35-year-old female presents to ED with a large and tender superficial mass in her right lower abdomen. There is ecchymosis overlying the mass.
She is on lifelong therapeutic clexane (enoxaparin) due to a PHx of Factor V Leiden thrombophilia with recurrent pulmonary emboli. Last clexane dose was 6 hours prior to ED presentation.
While in the ED she has an episode of hypotension and diaphoresis with an associated drop in her Hb from 117g/L to 89g/L.
The had an urgent CT angiogram
Describe and interpret the CT images
There is a very large anterior abdominal wall haematoma.
Note, unlike CT Case 003, this is not a rectus sheath haematoma, this haematoma is located within the subcutaneous tissues of the anterior abdominal wall.
Unlike a rectus sheath haematoma, this haematoma is not bound anterior and posteriorly by fascia, and therefore has greater potential for continued expansion.
This haematoma is very large, measuring 24 x 10 x 17cm, approximately 2000ml.
On this arterial phase scan there are several internal subcentimetre foci of contrast blush, consistent with active bleeding.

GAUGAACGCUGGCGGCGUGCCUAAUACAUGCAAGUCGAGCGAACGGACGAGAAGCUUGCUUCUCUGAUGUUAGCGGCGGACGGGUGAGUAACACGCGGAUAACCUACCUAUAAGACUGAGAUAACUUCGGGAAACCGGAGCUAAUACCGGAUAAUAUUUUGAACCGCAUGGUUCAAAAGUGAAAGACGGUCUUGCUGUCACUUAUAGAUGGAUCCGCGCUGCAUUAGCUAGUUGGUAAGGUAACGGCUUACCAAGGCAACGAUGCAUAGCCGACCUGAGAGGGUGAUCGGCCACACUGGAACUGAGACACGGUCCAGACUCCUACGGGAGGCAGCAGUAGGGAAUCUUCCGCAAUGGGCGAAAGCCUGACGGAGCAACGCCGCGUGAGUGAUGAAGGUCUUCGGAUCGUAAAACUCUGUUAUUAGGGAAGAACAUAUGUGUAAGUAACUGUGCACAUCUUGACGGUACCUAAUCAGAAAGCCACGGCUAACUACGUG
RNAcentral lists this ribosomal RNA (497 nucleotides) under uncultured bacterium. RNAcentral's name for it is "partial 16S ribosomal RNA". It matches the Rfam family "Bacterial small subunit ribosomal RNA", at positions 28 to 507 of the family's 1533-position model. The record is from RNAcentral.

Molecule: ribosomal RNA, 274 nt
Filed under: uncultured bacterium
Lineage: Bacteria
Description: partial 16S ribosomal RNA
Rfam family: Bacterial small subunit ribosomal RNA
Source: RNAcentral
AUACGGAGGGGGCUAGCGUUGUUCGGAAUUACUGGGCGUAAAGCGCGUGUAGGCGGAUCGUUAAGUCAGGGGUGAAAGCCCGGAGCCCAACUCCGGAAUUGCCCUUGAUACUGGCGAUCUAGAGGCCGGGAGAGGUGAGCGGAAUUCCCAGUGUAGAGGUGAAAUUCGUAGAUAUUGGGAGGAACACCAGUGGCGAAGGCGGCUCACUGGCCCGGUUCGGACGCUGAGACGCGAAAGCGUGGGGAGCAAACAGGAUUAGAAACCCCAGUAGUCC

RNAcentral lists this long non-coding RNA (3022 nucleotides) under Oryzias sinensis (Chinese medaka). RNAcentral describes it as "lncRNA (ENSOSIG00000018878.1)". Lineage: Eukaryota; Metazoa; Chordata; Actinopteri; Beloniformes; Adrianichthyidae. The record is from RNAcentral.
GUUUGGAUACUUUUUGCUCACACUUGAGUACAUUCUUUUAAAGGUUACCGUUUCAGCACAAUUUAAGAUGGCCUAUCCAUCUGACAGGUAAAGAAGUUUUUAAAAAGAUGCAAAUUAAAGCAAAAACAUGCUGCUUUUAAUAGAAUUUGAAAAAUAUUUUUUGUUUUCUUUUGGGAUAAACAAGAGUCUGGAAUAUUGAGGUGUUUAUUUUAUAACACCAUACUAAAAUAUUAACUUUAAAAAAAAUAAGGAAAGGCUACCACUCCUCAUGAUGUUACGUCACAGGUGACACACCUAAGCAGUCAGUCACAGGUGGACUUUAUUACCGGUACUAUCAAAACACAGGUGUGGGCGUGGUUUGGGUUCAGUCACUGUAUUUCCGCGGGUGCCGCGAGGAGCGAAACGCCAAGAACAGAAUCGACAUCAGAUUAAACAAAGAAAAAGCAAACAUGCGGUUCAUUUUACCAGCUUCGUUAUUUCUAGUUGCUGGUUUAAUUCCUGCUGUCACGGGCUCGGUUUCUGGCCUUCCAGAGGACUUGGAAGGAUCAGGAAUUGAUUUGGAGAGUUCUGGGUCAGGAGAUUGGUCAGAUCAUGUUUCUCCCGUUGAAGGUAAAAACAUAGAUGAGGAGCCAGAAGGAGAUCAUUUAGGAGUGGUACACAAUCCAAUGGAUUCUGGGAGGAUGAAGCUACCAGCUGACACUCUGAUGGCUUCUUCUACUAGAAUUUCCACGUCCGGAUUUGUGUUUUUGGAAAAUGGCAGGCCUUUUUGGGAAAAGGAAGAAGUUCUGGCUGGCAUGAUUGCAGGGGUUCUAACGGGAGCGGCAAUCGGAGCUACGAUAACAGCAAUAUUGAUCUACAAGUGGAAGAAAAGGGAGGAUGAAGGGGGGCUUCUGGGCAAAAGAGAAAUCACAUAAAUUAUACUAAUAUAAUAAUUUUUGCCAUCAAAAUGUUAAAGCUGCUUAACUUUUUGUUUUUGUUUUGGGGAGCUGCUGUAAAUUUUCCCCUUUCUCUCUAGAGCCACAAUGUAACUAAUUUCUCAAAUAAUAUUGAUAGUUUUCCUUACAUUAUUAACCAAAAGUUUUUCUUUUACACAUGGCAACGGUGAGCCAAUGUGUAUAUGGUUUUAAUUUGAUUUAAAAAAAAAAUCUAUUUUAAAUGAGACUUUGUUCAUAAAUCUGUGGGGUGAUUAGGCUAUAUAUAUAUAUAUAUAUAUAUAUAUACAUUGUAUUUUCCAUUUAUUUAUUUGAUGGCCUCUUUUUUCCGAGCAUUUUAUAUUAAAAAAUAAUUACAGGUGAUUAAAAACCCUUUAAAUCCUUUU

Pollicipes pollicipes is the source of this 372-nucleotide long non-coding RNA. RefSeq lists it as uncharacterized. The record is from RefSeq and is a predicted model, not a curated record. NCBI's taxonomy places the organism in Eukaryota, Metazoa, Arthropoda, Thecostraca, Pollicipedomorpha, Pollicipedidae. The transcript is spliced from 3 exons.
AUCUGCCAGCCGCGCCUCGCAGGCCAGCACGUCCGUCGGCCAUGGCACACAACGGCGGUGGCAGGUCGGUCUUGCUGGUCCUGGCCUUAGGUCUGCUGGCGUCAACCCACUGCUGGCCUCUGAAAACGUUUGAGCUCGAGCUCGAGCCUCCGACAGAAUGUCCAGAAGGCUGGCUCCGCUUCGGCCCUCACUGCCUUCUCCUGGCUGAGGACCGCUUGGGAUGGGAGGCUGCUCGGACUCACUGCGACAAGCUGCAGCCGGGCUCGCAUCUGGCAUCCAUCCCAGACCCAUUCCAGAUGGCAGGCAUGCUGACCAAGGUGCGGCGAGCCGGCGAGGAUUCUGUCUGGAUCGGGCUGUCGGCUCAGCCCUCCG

When demonstrating an arterial blush, it is important to compare non- contrast, arterial and venous images. The hyperdensity which is seen on arterial phase shouldnt be present on non-contrast and would show pooling or increase in size on venous phase. Additionally, hyperdensity due to oral contrast (in cases of GI tract) or calcificationes shouldn’t be confused with contrast blush.
There is an incidental finding of a displaced extrauterine IUD (intra-uterine-device). It is located within the mesentery in the lower abdomen/upper pelvis.
This patient was managed conservatively. She received PRBC transfusion and clexane was withheld in the short term.
An anti-Xa level was elevated at 1.2 IU/ml (a sign of ongoing clexane activity), for this she received a dose of protamine for anticoagulant reversal.
She had a repeat CT the following day, showing only minor increase in haematoma size and no further active bleeding.
And what of that wandering IUD?
While not at all ideal, I am reassured by my gynaecology colleagues an extra-uterine is not such a big deal!
It usually occurs at the time of insertion if the uterus is inadvertently perforated (it subsequently heals without issue).
Let’s just hope she had some other form of contraception.
- Hartung M. Abdominal CT: Evaluating the body wall. LITFL
TOP 100 CT SERIES
Sydney-based Emergency Physician (MBBS, FACEM) working at Liverpool Hospital. Passionate about education, trainees and travel. Special interests include radiology, orthopaedics and trauma. Creator of the Sydney Emergency XRay interpretation day (SEXI).
Emergency Medicine Education Fellow at Liverpool Hospital NSW. MBBS (Hons) Monash University. Interests in indigenous health and medical education. When not in the emergency department, can most likely be found running up some mountain training for the next ultramarathon.